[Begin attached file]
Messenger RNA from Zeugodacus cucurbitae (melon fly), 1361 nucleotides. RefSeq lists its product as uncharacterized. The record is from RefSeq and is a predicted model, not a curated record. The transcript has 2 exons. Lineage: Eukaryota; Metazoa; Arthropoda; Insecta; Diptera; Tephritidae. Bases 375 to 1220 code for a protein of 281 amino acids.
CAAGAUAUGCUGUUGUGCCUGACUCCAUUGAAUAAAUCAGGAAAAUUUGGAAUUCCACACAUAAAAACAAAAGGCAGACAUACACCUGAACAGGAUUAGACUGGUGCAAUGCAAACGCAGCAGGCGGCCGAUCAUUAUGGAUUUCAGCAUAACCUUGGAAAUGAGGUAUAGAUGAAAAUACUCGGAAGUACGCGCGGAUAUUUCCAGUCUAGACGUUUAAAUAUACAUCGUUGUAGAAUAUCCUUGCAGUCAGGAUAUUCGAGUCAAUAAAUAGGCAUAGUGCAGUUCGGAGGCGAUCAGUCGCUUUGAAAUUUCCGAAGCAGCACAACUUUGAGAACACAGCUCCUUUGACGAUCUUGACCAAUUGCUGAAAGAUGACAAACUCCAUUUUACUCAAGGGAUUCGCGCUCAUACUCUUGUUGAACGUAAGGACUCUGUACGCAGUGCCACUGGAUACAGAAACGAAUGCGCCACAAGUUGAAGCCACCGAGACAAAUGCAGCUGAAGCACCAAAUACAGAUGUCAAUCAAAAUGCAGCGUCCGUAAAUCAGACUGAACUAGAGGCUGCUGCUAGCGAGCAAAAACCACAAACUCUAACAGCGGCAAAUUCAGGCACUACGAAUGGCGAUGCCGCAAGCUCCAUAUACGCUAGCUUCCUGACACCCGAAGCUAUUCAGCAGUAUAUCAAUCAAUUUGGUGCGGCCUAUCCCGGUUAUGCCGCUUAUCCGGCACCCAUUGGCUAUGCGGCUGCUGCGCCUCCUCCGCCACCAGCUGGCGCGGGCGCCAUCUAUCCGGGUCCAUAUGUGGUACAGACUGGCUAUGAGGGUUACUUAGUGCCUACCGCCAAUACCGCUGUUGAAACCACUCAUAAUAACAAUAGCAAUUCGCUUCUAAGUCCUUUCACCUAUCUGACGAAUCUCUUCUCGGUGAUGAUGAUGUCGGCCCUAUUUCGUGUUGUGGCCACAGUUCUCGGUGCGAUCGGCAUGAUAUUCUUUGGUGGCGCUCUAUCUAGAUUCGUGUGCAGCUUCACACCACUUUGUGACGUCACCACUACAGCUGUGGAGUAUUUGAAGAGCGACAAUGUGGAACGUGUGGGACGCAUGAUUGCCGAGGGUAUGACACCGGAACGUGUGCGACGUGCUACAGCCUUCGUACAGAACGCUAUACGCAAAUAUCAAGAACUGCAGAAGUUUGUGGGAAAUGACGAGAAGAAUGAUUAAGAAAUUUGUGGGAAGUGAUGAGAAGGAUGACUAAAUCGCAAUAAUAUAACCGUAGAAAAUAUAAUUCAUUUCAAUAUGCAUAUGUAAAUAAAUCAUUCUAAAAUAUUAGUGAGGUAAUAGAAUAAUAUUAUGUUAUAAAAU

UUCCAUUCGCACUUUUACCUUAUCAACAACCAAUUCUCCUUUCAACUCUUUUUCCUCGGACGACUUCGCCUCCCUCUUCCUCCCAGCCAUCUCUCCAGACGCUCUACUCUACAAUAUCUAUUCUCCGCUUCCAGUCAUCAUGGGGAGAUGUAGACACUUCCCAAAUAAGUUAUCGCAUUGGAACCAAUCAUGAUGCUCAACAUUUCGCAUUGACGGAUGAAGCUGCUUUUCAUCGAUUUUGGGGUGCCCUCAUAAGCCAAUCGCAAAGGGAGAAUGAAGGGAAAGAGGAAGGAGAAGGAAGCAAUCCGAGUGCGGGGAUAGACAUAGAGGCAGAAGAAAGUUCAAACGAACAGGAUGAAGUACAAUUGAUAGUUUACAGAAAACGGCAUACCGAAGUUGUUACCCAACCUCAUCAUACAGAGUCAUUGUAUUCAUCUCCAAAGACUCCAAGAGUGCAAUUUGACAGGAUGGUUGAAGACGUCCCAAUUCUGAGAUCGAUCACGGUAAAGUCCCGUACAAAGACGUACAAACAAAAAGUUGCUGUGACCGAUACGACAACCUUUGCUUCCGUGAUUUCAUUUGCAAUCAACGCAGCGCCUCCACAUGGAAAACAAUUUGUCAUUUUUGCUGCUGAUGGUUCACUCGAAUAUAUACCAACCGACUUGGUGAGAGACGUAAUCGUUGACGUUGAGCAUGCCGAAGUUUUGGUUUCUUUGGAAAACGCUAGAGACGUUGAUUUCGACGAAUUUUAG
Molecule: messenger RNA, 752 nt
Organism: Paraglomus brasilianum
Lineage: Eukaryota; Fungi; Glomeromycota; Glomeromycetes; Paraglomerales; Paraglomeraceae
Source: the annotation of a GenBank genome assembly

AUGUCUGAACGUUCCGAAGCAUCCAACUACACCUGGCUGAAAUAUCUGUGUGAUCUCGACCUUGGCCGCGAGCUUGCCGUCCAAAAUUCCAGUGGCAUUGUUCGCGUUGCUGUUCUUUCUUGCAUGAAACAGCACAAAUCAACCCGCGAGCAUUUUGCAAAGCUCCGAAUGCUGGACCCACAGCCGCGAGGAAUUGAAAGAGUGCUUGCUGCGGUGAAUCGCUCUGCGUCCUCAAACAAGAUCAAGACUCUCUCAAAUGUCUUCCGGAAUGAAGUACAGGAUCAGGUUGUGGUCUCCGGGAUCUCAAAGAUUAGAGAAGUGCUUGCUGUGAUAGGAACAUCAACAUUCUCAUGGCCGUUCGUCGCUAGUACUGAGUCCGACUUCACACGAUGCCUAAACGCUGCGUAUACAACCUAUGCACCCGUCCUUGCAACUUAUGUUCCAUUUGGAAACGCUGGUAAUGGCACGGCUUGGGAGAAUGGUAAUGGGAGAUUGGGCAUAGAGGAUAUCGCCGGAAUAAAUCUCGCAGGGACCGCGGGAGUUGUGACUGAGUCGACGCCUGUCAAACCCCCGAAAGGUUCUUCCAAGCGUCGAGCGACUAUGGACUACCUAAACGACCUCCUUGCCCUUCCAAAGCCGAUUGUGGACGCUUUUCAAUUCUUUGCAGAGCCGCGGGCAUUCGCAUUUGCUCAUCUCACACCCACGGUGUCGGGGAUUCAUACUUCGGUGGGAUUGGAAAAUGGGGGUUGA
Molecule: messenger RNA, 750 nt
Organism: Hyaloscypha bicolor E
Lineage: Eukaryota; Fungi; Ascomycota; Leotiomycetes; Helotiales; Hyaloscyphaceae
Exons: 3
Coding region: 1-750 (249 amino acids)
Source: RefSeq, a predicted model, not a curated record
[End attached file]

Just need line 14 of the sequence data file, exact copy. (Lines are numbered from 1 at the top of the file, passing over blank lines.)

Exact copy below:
Source: RefSeq, a predicted model, not a curated record